A business LPA is a type of financial LPA. It is designed to deal specifically with your interests in a particular business.
Putting a business LPA in place enables a trusted attorney to take over your management functions, either to maintain the continuity of your firm or to enable an orderly exit.
Importantly, a business LPA is specific to your role within the company. So, if you have interests in multiple businesses, you’d typically make a separate LPA for each of those interests.
Your business LPA should:
- Appoint suitable attorneys. Your attorneys should understand your business and their remit and, be able and experienced to make decisions within that remit, and be trusted by you to act according to your wishes.
- Provide specific instructions that govern the extent of the attorneys’ powers and the way they should be exercised. These will be legally binding and set out the business decisions with which attorneys can deal, and the areas in which they do not have authority to act.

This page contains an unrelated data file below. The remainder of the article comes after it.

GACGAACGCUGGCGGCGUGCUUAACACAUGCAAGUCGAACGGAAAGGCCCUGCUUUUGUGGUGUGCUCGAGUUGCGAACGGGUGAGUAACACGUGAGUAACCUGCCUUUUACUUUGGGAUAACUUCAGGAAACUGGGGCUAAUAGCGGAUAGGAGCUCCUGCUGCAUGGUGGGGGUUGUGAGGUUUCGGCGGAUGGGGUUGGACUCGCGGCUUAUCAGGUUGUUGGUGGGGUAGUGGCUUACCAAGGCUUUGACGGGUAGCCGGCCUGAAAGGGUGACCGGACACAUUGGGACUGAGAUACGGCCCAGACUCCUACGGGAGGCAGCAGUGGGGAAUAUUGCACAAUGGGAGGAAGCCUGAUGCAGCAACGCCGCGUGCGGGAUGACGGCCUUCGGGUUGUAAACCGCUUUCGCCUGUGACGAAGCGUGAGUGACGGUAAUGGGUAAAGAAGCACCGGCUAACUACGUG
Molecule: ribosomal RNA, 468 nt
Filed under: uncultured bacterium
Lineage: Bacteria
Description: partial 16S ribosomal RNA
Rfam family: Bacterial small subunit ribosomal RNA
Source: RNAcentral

For example, your attorney might be authorised to ask existing employees to perform key tasks or to employ new people if there is a skills shortage.
Your attorney might also be responsible for complying with any professional regulatory requirements or be noted as a person with significant control on the Companies House records for the business.
Attorneys will often be another director or partner within your firm, or someone with the right qualifications or experience. For instance, if you are a partner in a firm of solicitors, then any business attorney you appoint may also need to be a qualified solicitor.
Make sure your business LPA integrates with company law